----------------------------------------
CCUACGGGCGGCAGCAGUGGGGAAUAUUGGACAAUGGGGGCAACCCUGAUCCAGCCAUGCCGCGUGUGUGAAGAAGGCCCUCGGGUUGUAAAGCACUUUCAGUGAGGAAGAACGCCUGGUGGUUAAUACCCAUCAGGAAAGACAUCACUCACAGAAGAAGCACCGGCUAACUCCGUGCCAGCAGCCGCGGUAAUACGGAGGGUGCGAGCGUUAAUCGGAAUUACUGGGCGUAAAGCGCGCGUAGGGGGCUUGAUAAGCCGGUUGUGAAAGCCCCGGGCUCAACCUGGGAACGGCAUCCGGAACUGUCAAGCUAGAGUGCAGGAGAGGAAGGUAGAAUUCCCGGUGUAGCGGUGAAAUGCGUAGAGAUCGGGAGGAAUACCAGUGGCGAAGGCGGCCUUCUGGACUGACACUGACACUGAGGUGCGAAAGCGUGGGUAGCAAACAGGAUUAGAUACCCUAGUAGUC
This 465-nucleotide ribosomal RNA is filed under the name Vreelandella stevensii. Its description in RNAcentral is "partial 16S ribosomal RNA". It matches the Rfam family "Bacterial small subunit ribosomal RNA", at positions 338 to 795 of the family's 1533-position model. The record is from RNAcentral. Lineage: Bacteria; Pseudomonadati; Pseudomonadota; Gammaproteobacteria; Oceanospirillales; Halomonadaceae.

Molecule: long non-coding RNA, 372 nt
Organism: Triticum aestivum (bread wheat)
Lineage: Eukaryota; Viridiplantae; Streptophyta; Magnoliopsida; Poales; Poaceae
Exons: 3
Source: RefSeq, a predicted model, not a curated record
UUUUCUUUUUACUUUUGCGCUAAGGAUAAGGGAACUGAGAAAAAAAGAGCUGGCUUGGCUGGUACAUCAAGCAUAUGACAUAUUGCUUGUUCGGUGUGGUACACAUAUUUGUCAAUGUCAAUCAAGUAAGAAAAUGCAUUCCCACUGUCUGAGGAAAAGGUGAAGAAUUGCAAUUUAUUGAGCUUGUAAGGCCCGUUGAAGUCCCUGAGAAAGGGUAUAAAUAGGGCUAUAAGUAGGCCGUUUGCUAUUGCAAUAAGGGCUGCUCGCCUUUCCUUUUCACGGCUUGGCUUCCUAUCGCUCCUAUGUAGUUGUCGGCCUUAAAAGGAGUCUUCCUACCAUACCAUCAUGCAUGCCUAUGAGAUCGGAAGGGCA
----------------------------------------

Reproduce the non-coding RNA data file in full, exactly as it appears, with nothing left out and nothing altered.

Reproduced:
CCUACGGGCGGCAGCAGUGGGGAAUAUUGGACAAUGGGGGCAACCCUGAUCCAGCCAUGCCGCGUGUGUGAAGAAGGCCCUCGGGUUGUAAAGCACUUUCAGUGAGGAAGAACGCCUGGUGGUUAAUACCCAUCAGGAAAGACAUCACUCACAGAAGAAGCACCGGCUAACUCCGUGCCAGCAGCCGCGGUAAUACGGAGGGUGCGAGCGUUAAUCGGAAUUACUGGGCGUAAAGCGCGCGUAGGGGGCUUGAUAAGCCGGUUGUGAAAGCCCCGGGCUCAACCUGGGAACGGCAUCCGGAACUGUCAAGCUAGAGUGCAGGAGAGGAAGGUAGAAUUCCCGGUGUAGCGGUGAAAUGCGUAGAGAUCGGGAGGAAUACCAGUGGCGAAGGCGGCCUUCUGGACUGACACUGACACUGAGGUGCGAAAGCGUGGGUAGCAAACAGGAUUAGAUACCCUAGUAGUC
This 465-nucleotide ribosomal RNA is filed under the name Vreelandella stevensii. Its description in RNAcentral is "partial 16S ribosomal RNA". It matches the Rfam family "Bacterial small subunit ribosomal RNA", at positions 338 to 795 of the family's 1533-position model. The record is from RNAcentral. Lineage: Bacteria; Pseudomonadati; Pseudomonadota; Gammaproteobacteria; Oceanospirillales; Halomonadaceae.

Molecule: long non-coding RNA, 372 nt
Organism: Triticum aestivum (bread wheat)
Lineage: Eukaryota; Viridiplantae; Streptophyta; Magnoliopsida; Poales; Poaceae
Exons: 3
Source: RefSeq, a predicted model, not a curated record
UUUUCUUUUUACUUUUGCGCUAAGGAUAAGGGAACUGAGAAAAAAAGAGCUGGCUUGGCUGGUACAUCAAGCAUAUGACAUAUUGCUUGUUCGGUGUGGUACACAUAUUUGUCAAUGUCAAUCAAGUAAGAAAAUGCAUUCCCACUGUCUGAGGAAAAGGUGAAGAAUUGCAAUUUAUUGAGCUUGUAAGGCCCGUUGAAGUCCCUGAGAAAGGGUAUAAAUAGGGCUAUAAGUAGGCCGUUUGCUAUUGCAAUAAGGGCUGCUCGCCUUUCCUUUUCACGGCUUGGCUUCCUAUCGCUCCUAUGUAGUUGUCGGCCUUAAAAGGAGUCUUCCUACCAUACCAUCAUGCAUGCCUAUGAGAUCGGAAGGGCA